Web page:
The Antwerp ‘ACSA/EAAE Teacher Conference’ focuses on the hunch that drives the practice teacher/ researcher in his/her teaching or research. With this call, the joint conference of the North American and European associations for architectural education solicits scholarly presentations for the conference and proceedings, as well as project-based position statement posters for a conference exhibit. The conference addresses both practitioners and academics with an interest to explore the present and future role of teaching practices in relation to research and its broader pedagogical contexts, and invites reflection inspired by the following questions:
- Must the teacher primarily conduct typological, tectonic, compositional, or technological experiments—the more ‘classical’ themes—to focus on general transferable skills of design practice, but potentially overlooking pressing issues that challenge our built environment. Or, should he/she formulate studio assignments in line with a contemporary agenda—be it socio-political or eco-cultural—potentially making curricula drift away from these classical themes?
- If professional practice is a privileged site for the production of knowledge, and the emergence of new insights, how can we ensure that this knowledge and these insights reach academia? What is the nature of such knowledge and insights, and what is their edifying capacity? What is the nature of the expertise that is developed in inquisitive professional design practice? Why would it be crucial to incorporate such expertise in the academic environment?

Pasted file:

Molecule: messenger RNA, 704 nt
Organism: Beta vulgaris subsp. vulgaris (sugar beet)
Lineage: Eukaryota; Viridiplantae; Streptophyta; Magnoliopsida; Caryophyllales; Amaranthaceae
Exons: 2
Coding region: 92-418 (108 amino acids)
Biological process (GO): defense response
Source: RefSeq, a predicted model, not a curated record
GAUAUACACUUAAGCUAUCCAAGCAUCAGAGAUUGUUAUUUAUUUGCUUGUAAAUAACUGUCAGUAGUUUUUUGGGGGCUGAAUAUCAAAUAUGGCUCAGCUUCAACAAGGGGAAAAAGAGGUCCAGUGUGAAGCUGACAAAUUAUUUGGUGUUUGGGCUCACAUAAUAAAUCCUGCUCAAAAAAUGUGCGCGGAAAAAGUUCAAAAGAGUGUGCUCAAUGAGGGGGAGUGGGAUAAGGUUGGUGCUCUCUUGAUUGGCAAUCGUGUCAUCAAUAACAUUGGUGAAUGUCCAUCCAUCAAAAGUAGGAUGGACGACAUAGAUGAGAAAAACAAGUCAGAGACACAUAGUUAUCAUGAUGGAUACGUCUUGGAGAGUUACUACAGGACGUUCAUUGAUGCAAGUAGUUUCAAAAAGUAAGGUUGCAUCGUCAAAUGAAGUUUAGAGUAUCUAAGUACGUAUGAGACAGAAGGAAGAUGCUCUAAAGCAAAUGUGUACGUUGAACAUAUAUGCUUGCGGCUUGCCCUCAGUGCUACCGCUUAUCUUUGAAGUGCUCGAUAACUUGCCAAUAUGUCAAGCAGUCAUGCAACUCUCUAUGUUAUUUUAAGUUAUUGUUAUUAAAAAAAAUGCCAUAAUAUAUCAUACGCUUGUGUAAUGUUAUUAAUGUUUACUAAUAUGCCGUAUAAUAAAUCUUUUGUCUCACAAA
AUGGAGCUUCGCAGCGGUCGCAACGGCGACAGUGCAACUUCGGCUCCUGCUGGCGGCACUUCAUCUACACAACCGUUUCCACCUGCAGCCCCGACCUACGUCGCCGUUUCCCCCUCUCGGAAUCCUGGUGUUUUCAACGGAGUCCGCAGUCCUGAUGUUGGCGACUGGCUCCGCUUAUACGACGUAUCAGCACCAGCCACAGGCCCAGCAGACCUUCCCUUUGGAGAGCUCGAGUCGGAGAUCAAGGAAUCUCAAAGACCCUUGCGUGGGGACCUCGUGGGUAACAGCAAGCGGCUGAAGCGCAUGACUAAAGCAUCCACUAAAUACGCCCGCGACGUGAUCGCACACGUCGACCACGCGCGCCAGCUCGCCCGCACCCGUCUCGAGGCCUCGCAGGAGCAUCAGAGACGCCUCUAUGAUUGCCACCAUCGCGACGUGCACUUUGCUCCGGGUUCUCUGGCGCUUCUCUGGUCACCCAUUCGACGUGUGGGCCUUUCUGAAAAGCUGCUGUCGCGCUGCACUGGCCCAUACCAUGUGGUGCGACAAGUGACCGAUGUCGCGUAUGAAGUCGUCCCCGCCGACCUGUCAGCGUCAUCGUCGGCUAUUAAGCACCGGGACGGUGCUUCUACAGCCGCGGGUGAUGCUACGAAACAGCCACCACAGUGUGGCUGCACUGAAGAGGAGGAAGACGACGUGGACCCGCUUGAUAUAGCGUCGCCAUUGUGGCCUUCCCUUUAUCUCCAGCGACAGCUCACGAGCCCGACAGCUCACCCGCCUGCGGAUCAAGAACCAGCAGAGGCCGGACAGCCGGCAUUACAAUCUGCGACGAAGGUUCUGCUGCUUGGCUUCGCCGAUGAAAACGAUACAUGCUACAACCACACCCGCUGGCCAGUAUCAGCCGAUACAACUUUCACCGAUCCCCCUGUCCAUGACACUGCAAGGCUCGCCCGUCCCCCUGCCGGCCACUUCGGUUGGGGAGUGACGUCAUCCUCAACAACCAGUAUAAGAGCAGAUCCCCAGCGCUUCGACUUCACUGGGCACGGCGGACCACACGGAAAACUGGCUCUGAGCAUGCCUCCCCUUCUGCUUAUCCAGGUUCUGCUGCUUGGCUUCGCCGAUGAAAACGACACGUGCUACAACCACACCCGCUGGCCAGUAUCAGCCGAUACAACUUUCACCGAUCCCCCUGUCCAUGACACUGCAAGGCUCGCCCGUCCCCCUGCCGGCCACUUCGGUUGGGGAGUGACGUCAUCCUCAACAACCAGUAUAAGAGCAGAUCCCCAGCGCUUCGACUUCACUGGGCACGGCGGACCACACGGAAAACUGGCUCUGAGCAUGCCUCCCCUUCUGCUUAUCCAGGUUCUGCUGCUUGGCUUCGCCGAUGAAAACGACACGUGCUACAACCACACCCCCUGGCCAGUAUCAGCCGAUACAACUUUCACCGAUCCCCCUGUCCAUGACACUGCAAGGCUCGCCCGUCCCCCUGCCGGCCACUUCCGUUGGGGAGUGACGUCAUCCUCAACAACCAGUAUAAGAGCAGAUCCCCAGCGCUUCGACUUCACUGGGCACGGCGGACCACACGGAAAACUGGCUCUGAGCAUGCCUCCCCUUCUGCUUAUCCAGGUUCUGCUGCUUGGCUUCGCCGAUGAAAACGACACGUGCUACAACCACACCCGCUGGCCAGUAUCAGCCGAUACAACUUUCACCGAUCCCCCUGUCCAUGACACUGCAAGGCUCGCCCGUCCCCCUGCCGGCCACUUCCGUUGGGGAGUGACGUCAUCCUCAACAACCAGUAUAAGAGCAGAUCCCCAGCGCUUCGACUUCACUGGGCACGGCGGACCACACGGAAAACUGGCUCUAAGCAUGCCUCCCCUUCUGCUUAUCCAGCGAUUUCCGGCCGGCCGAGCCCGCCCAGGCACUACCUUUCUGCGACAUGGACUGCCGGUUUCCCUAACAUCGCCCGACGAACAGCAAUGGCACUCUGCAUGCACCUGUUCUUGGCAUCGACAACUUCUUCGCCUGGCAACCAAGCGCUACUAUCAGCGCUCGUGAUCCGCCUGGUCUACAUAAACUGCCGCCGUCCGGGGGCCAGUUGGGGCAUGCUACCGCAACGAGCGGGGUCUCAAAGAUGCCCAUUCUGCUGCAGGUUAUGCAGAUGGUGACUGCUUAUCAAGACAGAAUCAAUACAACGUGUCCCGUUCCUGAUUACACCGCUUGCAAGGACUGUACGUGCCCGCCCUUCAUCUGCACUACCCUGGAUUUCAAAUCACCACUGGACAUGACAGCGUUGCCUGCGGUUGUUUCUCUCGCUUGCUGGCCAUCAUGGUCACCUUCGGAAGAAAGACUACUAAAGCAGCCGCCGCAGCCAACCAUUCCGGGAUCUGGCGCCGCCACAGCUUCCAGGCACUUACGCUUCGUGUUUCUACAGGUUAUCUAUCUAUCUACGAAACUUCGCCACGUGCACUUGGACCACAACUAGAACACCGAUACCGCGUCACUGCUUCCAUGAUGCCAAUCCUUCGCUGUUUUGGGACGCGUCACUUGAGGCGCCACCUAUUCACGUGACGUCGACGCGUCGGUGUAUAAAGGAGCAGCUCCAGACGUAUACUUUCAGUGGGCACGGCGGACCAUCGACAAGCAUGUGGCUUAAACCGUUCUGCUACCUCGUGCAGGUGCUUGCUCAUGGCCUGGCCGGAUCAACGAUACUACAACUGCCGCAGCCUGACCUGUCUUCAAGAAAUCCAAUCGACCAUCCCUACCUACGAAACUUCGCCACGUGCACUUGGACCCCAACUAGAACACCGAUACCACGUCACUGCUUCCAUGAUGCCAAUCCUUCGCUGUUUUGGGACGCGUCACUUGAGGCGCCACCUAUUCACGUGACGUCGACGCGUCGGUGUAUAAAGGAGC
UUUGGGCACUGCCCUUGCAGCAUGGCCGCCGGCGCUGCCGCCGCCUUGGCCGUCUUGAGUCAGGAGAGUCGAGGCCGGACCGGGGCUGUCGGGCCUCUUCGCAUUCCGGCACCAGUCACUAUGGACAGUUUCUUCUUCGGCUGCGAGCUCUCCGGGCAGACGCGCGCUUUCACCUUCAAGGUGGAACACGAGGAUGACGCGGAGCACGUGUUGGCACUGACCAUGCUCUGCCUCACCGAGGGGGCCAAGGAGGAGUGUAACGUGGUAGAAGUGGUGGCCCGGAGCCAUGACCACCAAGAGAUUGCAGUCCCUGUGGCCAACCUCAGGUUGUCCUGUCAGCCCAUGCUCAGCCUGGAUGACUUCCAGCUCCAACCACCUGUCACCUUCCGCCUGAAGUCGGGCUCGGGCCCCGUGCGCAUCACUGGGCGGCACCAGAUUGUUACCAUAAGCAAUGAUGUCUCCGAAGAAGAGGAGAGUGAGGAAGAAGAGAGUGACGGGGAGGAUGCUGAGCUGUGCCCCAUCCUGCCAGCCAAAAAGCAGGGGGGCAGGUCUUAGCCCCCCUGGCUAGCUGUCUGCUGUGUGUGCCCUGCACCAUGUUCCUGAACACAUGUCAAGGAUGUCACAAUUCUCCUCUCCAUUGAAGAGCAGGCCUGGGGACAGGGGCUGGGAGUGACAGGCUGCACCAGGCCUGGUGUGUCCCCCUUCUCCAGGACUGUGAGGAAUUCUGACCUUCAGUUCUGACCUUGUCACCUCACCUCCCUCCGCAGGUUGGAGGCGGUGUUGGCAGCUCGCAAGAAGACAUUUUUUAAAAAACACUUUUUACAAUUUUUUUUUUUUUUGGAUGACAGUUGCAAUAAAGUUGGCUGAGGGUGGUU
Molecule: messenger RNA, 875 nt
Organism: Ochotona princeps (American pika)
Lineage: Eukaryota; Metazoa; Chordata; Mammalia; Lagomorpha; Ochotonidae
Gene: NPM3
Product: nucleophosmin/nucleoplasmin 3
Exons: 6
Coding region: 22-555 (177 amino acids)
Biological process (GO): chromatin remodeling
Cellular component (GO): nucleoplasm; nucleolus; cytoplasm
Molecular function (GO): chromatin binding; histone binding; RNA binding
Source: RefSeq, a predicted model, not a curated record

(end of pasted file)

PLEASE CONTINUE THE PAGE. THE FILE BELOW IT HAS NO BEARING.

- If design practice is a proper way of coming to know, which, then, are the interests that are pursued? Do the ‘design practice’ and the ‘teaching practice’ of a teaching practitioner constitute one continuum? Do design teachers that have undertaken research into their practices observe their ‘teaching practice’ to be fundamentally transformed?
- Can the studio/faculty be seen as a thinker-space that provides uncompromised inquiries to the best of all available knowledge, rather than having to follow a commercial or socio-political agenda? Can we imagine a space of learning that integrates craft and speculation, urge and fascination, skill and imagination, criticality and creativity, individual formation and social consciousness?
The conference expressly aims at transcending disciplinary boundaries to include contributions from different fields of expertise in creative practice research at large. Difference and variety of contribution formats and a polyphony of ‘voices’ are essential to the core concerns at stake in the conference. The goal is to bridge practice and academia, to reemphasize the public role and duty of higher education and the question of societal relevance.